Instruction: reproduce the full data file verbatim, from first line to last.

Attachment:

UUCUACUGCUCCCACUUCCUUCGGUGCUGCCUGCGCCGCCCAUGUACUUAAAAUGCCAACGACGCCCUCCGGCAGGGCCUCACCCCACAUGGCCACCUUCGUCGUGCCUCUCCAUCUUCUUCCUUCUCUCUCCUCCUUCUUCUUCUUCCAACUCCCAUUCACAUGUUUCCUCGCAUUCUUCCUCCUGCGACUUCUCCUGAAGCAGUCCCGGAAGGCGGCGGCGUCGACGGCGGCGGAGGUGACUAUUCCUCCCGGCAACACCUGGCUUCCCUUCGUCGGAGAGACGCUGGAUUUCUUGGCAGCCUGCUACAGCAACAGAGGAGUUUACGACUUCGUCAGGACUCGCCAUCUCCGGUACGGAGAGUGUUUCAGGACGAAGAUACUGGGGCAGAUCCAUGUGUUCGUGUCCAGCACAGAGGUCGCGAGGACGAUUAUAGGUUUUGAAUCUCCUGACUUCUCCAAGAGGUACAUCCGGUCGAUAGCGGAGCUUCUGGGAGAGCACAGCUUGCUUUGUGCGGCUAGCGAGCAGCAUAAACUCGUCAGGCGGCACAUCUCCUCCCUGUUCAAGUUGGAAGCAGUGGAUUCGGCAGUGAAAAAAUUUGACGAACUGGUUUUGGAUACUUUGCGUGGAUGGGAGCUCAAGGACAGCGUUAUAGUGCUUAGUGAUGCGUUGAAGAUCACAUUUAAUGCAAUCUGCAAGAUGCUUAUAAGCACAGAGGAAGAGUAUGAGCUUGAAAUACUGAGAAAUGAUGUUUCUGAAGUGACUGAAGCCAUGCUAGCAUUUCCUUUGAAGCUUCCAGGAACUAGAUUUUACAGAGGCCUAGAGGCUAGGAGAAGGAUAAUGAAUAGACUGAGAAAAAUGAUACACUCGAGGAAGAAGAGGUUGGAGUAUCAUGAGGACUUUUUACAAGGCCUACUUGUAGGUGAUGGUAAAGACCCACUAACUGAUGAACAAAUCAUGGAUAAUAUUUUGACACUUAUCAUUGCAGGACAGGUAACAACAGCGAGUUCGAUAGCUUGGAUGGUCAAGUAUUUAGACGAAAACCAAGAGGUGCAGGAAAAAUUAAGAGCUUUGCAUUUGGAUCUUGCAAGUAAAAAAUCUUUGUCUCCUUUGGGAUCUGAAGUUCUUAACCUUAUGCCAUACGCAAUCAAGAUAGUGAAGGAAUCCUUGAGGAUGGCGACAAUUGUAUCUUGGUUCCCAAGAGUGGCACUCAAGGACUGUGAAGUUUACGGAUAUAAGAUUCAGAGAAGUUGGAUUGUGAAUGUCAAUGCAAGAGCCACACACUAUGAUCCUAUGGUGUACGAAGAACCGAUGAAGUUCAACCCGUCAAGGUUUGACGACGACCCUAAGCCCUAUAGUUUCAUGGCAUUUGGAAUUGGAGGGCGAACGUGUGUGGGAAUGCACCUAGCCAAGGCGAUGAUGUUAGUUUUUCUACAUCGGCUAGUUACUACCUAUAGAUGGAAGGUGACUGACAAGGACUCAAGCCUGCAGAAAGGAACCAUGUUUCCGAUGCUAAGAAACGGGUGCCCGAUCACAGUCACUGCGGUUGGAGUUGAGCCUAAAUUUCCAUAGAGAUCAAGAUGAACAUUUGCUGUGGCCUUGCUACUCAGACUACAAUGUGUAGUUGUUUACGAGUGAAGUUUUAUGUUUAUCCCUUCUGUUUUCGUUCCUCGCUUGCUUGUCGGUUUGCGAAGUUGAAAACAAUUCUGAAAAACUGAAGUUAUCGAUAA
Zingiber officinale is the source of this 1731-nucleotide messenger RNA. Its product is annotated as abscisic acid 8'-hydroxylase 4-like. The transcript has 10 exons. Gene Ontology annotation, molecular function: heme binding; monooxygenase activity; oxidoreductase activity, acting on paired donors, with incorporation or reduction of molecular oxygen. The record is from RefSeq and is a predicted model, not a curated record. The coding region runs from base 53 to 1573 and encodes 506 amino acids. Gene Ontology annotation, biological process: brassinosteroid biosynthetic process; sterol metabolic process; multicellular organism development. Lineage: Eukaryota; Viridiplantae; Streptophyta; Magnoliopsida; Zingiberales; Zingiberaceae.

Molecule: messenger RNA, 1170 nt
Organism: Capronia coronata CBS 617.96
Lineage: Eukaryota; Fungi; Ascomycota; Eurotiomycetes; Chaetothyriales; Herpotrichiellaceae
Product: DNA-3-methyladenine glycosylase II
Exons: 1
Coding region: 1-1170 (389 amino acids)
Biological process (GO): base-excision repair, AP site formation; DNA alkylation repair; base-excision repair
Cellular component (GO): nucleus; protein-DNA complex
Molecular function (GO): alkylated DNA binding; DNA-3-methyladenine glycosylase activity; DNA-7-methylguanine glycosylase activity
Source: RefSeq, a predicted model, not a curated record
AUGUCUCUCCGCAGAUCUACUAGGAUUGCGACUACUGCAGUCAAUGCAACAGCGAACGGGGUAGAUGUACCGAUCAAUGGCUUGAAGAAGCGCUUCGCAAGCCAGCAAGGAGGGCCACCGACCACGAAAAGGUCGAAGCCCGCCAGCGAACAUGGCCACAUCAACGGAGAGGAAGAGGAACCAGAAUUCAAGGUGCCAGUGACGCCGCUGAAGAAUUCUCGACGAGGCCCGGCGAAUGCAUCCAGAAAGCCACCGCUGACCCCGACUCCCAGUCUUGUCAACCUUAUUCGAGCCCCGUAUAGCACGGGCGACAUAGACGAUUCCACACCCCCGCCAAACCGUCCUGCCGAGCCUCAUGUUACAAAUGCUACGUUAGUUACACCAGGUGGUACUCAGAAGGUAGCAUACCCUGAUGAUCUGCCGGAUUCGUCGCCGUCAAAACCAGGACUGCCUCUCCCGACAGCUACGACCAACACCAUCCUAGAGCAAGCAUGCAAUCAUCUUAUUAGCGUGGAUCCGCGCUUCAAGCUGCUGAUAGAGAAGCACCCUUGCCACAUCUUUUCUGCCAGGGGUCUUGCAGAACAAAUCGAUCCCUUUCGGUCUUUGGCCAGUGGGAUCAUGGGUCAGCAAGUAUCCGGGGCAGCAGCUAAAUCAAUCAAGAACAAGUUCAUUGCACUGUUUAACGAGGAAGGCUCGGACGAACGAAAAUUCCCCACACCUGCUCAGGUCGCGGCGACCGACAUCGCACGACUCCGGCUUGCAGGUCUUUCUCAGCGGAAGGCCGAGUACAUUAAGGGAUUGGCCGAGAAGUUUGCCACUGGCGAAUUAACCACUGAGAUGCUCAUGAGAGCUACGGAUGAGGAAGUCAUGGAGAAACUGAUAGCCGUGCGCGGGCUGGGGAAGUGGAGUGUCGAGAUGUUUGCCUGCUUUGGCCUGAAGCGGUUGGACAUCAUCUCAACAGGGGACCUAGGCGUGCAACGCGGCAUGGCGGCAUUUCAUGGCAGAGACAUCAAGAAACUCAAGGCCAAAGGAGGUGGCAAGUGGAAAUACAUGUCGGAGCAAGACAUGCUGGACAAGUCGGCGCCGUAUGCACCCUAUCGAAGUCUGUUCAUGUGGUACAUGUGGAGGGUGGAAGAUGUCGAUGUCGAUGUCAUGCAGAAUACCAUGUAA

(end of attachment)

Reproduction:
UUCUACUGCUCCCACUUCCUUCGGUGCUGCCUGCGCCGCCCAUGUACUUAAAAUGCCAACGACGCCCUCCGGCAGGGCCUCACCCCACAUGGCCACCUUCGUCGUGCCUCUCCAUCUUCUUCCUUCUCUCUCCUCCUUCUUCUUCUUCCAACUCCCAUUCACAUGUUUCCUCGCAUUCUUCCUCCUGCGACUUCUCCUGAAGCAGUCCCGGAAGGCGGCGGCGUCGACGGCGGCGGAGGUGACUAUUCCUCCCGGCAACACCUGGCUUCCCUUCGUCGGAGAGACGCUGGAUUUCUUGGCAGCCUGCUACAGCAACAGAGGAGUUUACGACUUCGUCAGGACUCGCCAUCUCCGGUACGGAGAGUGUUUCAGGACGAAGAUACUGGGGCAGAUCCAUGUGUUCGUGUCCAGCACAGAGGUCGCGAGGACGAUUAUAGGUUUUGAAUCUCCUGACUUCUCCAAGAGGUACAUCCGGUCGAUAGCGGAGCUUCUGGGAGAGCACAGCUUGCUUUGUGCGGCUAGCGAGCAGCAUAAACUCGUCAGGCGGCACAUCUCCUCCCUGUUCAAGUUGGAAGCAGUGGAUUCGGCAGUGAAAAAAUUUGACGAACUGGUUUUGGAUACUUUGCGUGGAUGGGAGCUCAAGGACAGCGUUAUAGUGCUUAGUGAUGCGUUGAAGAUCACAUUUAAUGCAAUCUGCAAGAUGCUUAUAAGCACAGAGGAAGAGUAUGAGCUUGAAAUACUGAGAAAUGAUGUUUCUGAAGUGACUGAAGCCAUGCUAGCAUUUCCUUUGAAGCUUCCAGGAACUAGAUUUUACAGAGGCCUAGAGGCUAGGAGAAGGAUAAUGAAUAGACUGAGAAAAAUGAUACACUCGAGGAAGAAGAGGUUGGAGUAUCAUGAGGACUUUUUACAAGGCCUACUUGUAGGUGAUGGUAAAGACCCACUAACUGAUGAACAAAUCAUGGAUAAUAUUUUGACACUUAUCAUUGCAGGACAGGUAACAACAGCGAGUUCGAUAGCUUGGAUGGUCAAGUAUUUAGACGAAAACCAAGAGGUGCAGGAAAAAUUAAGAGCUUUGCAUUUGGAUCUUGCAAGUAAAAAAUCUUUGUCUCCUUUGGGAUCUGAAGUUCUUAACCUUAUGCCAUACGCAAUCAAGAUAGUGAAGGAAUCCUUGAGGAUGGCGACAAUUGUAUCUUGGUUCCCAAGAGUGGCACUCAAGGACUGUGAAGUUUACGGAUAUAAGAUUCAGAGAAGUUGGAUUGUGAAUGUCAAUGCAAGAGCCACACACUAUGAUCCUAUGGUGUACGAAGAACCGAUGAAGUUCAACCCGUCAAGGUUUGACGACGACCCUAAGCCCUAUAGUUUCAUGGCAUUUGGAAUUGGAGGGCGAACGUGUGUGGGAAUGCACCUAGCCAAGGCGAUGAUGUUAGUUUUUCUACAUCGGCUAGUUACUACCUAUAGAUGGAAGGUGACUGACAAGGACUCAAGCCUGCAGAAAGGAACCAUGUUUCCGAUGCUAAGAAACGGGUGCCCGAUCACAGUCACUGCGGUUGGAGUUGAGCCUAAAUUUCCAUAGAGAUCAAGAUGAACAUUUGCUGUGGCCUUGCUACUCAGACUACAAUGUGUAGUUGUUUACGAGUGAAGUUUUAUGUUUAUCCCUUCUGUUUUCGUUCCUCGCUUGCUUGUCGGUUUGCGAAGUUGAAAACAAUUCUGAAAAACUGAAGUUAUCGAUAA
Zingiber officinale is the source of this 1731-nucleotide messenger RNA. Its product is annotated as abscisic acid 8'-hydroxylase 4-like. The transcript has 10 exons. Gene Ontology annotation, molecular function: heme binding; monooxygenase activity; oxidoreductase activity, acting on paired donors, with incorporation or reduction of molecular oxygen. The record is from RefSeq and is a predicted model, not a curated record. The coding region runs from base 53 to 1573 and encodes 506 amino acids. Gene Ontology annotation, biological process: brassinosteroid biosynthetic process; sterol metabolic process; multicellular organism development. Lineage: Eukaryota; Viridiplantae; Streptophyta; Magnoliopsida; Zingiberales; Zingiberaceae.

Molecule: messenger RNA, 1170 nt
Organism: Capronia coronata CBS 617.96
Lineage: Eukaryota; Fungi; Ascomycota; Eurotiomycetes; Chaetothyriales; Herpotrichiellaceae
Product: DNA-3-methyladenine glycosylase II
Exons: 1
Coding region: 1-1170 (389 amino acids)
Biological process (GO): base-excision repair, AP site formation; DNA alkylation repair; base-excision repair
Cellular component (GO): nucleus; protein-DNA complex
Molecular function (GO): alkylated DNA binding; DNA-3-methyladenine glycosylase activity; DNA-7-methylguanine glycosylase activity
Source: RefSeq, a predicted model, not a curated record
AUGUCUCUCCGCAGAUCUACUAGGAUUGCGACUACUGCAGUCAAUGCAACAGCGAACGGGGUAGAUGUACCGAUCAAUGGCUUGAAGAAGCGCUUCGCAAGCCAGCAAGGAGGGCCACCGACCACGAAAAGGUCGAAGCCCGCCAGCGAACAUGGCCACAUCAACGGAGAGGAAGAGGAACCAGAAUUCAAGGUGCCAGUGACGCCGCUGAAGAAUUCUCGACGAGGCCCGGCGAAUGCAUCCAGAAAGCCACCGCUGACCCCGACUCCCAGUCUUGUCAACCUUAUUCGAGCCCCGUAUAGCACGGGCGACAUAGACGAUUCCACACCCCCGCCAAACCGUCCUGCCGAGCCUCAUGUUACAAAUGCUACGUUAGUUACACCAGGUGGUACUCAGAAGGUAGCAUACCCUGAUGAUCUGCCGGAUUCGUCGCCGUCAAAACCAGGACUGCCUCUCCCGACAGCUACGACCAACACCAUCCUAGAGCAAGCAUGCAAUCAUCUUAUUAGCGUGGAUCCGCGCUUCAAGCUGCUGAUAGAGAAGCACCCUUGCCACAUCUUUUCUGCCAGGGGUCUUGCAGAACAAAUCGAUCCCUUUCGGUCUUUGGCCAGUGGGAUCAUGGGUCAGCAAGUAUCCGGGGCAGCAGCUAAAUCAAUCAAGAACAAGUUCAUUGCACUGUUUAACGAGGAAGGCUCGGACGAACGAAAAUUCCCCACACCUGCUCAGGUCGCGGCGACCGACAUCGCACGACUCCGGCUUGCAGGUCUUUCUCAGCGGAAGGCCGAGUACAUUAAGGGAUUGGCCGAGAAGUUUGCCACUGGCGAAUUAACCACUGAGAUGCUCAUGAGAGCUACGGAUGAGGAAGUCAUGGAGAAACUGAUAGCCGUGCGCGGGCUGGGGAAGUGGAGUGUCGAGAUGUUUGCCUGCUUUGGCCUGAAGCGGUUGGACAUCAUCUCAACAGGGGACCUAGGCGUGCAACGCGGCAUGGCGGCAUUUCAUGGCAGAGACAUCAAGAAACUCAAGGCCAAAGGAGGUGGCAAGUGGAAAUACAUGUCGGAGCAAGACAUGCUGGACAAGUCGGCGCCGUAUGCACCCUAUCGAAGUCUGUUCAUGUGGUACAUGUGGAGGGUGGAAGAUGUCGAUGUCGAUGUCAUGCAGAAUACCAUGUAA